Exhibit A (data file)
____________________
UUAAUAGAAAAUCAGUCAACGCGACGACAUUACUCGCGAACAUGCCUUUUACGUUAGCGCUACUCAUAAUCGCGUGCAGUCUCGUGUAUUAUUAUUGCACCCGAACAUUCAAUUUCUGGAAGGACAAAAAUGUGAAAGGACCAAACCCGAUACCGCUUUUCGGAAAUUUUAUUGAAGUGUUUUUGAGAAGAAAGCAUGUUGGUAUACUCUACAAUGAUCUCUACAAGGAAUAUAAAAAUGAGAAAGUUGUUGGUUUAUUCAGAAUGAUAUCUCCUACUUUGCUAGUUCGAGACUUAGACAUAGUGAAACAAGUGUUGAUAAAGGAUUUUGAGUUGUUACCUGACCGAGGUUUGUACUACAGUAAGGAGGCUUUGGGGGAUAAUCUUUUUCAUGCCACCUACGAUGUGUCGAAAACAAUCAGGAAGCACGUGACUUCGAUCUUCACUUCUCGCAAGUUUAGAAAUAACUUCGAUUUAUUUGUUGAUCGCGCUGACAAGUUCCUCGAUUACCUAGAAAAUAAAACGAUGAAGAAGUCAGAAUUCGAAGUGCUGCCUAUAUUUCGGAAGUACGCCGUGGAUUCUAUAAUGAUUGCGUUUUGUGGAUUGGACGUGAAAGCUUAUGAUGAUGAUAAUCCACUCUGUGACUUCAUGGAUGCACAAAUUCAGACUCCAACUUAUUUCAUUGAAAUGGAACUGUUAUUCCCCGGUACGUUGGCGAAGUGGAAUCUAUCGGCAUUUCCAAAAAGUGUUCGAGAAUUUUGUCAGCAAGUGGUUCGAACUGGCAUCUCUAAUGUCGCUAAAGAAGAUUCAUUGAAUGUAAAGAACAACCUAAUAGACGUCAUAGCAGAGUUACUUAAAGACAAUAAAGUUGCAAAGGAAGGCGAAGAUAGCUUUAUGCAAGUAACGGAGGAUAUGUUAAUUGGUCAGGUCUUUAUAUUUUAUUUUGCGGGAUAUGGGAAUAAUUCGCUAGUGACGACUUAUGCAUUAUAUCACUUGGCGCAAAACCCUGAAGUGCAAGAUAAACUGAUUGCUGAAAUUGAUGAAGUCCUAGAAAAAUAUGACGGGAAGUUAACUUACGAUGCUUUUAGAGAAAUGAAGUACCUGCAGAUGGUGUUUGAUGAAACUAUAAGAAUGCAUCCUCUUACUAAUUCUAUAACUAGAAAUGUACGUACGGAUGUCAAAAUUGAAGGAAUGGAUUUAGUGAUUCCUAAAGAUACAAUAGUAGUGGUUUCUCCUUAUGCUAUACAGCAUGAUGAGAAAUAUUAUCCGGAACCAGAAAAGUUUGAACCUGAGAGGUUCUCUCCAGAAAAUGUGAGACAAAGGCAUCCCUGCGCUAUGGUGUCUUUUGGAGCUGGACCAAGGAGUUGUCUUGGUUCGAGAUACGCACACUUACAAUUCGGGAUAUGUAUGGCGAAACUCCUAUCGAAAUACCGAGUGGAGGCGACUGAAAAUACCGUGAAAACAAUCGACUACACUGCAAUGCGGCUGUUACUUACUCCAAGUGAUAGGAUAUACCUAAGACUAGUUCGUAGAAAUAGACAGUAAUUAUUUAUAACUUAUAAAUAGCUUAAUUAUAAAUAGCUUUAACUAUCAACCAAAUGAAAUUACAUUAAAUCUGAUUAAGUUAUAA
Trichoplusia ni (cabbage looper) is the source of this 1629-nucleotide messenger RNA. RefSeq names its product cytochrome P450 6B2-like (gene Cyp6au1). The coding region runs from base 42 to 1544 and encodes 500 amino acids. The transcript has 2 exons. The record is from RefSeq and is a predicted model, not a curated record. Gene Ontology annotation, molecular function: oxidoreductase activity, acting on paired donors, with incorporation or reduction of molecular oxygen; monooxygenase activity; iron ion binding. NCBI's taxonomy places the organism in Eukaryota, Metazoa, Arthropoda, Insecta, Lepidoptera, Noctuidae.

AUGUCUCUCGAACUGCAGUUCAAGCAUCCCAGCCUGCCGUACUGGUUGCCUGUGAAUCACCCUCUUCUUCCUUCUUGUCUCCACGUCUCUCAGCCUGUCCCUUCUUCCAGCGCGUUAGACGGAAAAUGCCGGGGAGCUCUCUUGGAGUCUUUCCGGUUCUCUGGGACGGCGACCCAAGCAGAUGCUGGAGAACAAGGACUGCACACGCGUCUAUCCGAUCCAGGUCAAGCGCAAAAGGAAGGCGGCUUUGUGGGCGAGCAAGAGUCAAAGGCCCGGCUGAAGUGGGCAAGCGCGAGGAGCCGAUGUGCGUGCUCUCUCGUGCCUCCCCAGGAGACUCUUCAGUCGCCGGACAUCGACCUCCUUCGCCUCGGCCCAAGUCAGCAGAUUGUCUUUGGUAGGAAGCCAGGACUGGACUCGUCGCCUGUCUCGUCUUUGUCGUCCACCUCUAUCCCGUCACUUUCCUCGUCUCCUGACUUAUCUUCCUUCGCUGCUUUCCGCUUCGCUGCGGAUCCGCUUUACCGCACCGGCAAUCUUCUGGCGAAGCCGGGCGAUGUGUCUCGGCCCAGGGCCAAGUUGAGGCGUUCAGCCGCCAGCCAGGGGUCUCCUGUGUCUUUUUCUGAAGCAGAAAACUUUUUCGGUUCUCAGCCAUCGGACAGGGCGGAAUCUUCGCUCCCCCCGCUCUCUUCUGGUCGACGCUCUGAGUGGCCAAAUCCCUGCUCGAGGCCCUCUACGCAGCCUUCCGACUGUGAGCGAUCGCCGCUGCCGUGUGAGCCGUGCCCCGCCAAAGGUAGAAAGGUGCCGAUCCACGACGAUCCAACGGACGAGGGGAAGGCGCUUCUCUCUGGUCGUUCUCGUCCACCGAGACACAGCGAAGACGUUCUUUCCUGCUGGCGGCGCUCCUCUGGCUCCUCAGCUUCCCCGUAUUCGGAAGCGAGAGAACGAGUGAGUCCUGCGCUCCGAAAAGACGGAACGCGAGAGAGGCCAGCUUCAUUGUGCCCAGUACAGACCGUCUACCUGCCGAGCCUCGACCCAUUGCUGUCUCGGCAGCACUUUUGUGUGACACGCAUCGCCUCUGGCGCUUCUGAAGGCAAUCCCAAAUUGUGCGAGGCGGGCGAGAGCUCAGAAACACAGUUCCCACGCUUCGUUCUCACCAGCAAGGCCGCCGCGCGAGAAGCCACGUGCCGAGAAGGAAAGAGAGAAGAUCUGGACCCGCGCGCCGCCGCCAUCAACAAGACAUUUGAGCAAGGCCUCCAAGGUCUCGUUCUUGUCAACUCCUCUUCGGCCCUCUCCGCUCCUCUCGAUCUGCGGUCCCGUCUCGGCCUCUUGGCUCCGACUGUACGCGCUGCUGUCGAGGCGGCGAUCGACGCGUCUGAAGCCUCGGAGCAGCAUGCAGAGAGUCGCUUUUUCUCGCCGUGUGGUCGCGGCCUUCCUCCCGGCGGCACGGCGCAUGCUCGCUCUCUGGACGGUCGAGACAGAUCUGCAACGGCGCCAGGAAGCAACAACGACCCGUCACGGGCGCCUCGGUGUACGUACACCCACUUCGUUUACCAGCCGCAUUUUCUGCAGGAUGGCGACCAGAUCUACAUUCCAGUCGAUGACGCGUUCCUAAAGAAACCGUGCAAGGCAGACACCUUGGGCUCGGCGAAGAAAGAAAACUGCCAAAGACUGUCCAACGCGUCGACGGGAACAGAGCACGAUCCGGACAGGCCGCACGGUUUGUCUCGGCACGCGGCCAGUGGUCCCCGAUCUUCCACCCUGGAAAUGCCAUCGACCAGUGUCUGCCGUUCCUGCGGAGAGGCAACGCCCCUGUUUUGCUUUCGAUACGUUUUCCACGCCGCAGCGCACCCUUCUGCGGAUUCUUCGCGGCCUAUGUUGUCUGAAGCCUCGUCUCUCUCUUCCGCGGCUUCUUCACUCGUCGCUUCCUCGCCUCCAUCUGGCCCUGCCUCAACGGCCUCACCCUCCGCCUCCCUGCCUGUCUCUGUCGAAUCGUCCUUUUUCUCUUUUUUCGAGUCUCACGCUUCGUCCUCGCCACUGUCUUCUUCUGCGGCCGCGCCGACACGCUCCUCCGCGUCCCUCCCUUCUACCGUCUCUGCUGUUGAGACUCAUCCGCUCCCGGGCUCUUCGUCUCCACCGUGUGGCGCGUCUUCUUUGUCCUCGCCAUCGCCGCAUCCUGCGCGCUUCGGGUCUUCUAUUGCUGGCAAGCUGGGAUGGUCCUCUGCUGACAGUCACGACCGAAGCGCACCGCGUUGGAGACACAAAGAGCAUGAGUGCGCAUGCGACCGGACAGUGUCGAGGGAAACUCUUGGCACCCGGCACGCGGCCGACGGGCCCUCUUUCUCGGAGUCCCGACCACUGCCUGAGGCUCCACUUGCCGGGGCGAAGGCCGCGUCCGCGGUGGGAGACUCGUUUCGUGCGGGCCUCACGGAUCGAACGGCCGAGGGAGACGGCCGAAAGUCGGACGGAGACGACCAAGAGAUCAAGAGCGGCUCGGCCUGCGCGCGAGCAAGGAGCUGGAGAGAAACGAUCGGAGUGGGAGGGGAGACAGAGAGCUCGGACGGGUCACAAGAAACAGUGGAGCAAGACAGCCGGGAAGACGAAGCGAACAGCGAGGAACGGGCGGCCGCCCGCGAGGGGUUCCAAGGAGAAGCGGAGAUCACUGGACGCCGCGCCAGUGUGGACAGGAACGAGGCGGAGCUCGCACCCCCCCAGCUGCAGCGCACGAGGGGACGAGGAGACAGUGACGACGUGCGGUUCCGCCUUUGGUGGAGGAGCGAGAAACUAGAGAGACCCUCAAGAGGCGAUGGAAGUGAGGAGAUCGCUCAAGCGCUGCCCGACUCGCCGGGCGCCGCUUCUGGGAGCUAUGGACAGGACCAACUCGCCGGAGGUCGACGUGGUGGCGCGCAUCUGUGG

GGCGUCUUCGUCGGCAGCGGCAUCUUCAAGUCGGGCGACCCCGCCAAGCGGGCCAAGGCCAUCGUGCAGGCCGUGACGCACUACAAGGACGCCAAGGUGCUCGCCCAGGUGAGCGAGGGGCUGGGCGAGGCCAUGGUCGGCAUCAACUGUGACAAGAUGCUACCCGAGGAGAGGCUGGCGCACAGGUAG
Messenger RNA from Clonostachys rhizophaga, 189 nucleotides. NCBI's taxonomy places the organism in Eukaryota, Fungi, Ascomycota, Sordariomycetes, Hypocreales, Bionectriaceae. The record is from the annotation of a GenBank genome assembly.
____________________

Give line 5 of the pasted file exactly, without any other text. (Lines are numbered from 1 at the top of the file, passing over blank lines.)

Messenger RNA from Clonostachys rhizophaga, 189 nucleotides. NCBI's taxonomy places the organism in Eukaryota, Fungi, Ascomycota, Sordariomycetes, Hypocreales, Bionectriaceae. The record is from the annotation of a GenBank genome assembly.